Joint Chiefs chairman will seek to ease stress of long deployments
Fort Leavenworth The senior ranking member of the Armed Forces and principal military adviser to the president says one of his major missions is to relieve stress of multiple deployments by members of the armed services.
Adm. Mike Mullen spoke Tuesday at Fort Leavenworth to several hundred U.S. Army officers in the fort's Command and General Staff College.
Mullen, who was sworn in as the 17th Chairman of the Joint Chiefs of Staff on Oct. 1, briefly emphasized his military strategy of "Reset, Reconstitute and Revitalize" for the current war in the Middle East.
Mullen focused on the need to improve the morale of the 340,000 active duty soldiers, as well as members of the National Guard and Army reservists that he said he feels directly responsible for.
"We need to figure out how to relieve stress on the fort," Mullen said. "You will see that to the highest degree that is possible given the deployment actualities we're experiencing."
Mullen, who served in the war in Vietnam, said he saw then firsthand that long detachments and overexerting troops can lead to a breakdown in the military system.
"We've got to get out of the 15-month deployment and 12-month rotation as quickly as we can," Mullen said.
During a question-and-answer session with officers, one Army major asked, in general, what steps could be taken to maintain a positive relationship between military personnel and nonmilitary citizens.
"I believe a civic-military relationship, whereas the elected leaders of our country essentially make policy decisions, and it is our (the military's) responsibility to carry out their orders:is bedrock stuff," Mullen said.
He added that he gives citizens more credit than some for their awareness of what's going on abroad and "the support of the American people for men and women in uniform."
Another major asked how receptive officials in Washington have been to the growing financial demands of the war in Iraq.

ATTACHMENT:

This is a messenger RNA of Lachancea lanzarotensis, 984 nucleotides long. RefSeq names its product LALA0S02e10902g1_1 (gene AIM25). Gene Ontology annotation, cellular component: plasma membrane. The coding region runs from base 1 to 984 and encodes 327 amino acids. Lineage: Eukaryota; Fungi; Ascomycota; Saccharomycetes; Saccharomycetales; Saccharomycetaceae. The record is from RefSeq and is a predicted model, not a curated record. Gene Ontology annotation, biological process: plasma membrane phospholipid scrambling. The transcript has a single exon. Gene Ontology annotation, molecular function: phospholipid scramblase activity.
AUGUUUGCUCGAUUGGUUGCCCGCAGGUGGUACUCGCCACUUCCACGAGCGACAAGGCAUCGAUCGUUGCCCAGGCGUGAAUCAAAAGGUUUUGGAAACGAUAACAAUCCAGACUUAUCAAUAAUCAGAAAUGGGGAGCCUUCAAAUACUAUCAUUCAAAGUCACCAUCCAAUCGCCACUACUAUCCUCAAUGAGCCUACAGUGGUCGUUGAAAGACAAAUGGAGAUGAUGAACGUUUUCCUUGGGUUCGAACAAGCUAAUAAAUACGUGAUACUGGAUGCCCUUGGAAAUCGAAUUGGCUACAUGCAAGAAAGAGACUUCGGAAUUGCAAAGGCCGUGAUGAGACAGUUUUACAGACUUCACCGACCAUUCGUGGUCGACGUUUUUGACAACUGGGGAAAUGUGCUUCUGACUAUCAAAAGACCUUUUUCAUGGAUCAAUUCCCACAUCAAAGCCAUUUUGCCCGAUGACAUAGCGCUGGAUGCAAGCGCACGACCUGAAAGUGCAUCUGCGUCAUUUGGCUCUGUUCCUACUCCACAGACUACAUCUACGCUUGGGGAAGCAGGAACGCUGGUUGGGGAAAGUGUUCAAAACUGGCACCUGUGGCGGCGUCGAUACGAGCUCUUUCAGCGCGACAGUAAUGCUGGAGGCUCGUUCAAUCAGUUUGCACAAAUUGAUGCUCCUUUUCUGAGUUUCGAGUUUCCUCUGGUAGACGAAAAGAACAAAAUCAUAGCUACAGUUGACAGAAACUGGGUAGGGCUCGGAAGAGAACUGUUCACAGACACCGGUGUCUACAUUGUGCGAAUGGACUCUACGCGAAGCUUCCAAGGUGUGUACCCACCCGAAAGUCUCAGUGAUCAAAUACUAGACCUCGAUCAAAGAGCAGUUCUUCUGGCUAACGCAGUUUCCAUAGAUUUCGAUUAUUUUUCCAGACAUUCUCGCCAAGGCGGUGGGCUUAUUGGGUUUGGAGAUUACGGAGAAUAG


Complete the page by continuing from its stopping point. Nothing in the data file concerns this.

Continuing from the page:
Mullen said, as a senior leader, he certainly is concerned about the availability of the nation's resources.
"There's a widely held view that we'll be engaged in constant (conflict) for the foreseeable future," he said. "At the same time : I'm very mindful of responsible use of the taxpayer dollar. : We've got to be smart about where the resources go and what they do."
Another question revolved around the challenges that a new newly elected administration would bring after the 2008 presidential election.
"Where there are challenges, there are opportunities," Mullen responded, adding, "It will be challenging at that senior level of government no matter which party takes over."
Mullen also stressed the need for nonmilitaristic options in Iraq, Afghanistan and other international areas of concern.
"The military cannot do everything," Mullen said. "Security is a necessary but not sufficient solution to the problems we're involved in right now."
He emphasized the need to improve overseas programs like the United States Agency for International Development (USAID), a government agency providing economic and humanitarian assistance worldwide, which Mullen said has lagged over the past 10 or 15 years.
Mullen's final talking point was to recognize that the war was much more complicated than issues abounding in just Iraq and Afghanistan.
He pointed to "strong, sometimes extreme rhetoric" in countries such as Lebanon and Iran that are suspected of harboring terrorists, but acknowledged, "I'm not a proponent of military action in Iran."
He said his top priority as chairman of the Joint Chiefs of Staff is "developing a military strategy for the entire Middle East not just Iraq and Afghanistan."
Mullen was confident that, with the efforts of those like the officers at Fort Leavenworth, winning the war in Iraq is still an attainable goal.
"As members of the military, we are responsible for accomplishing the mission," he said, adding, "There are lots of things we need to get right, but I'm most dependent : (on) the need to advance and execute matchless leadership.
"This is the best military I think this country has ever had."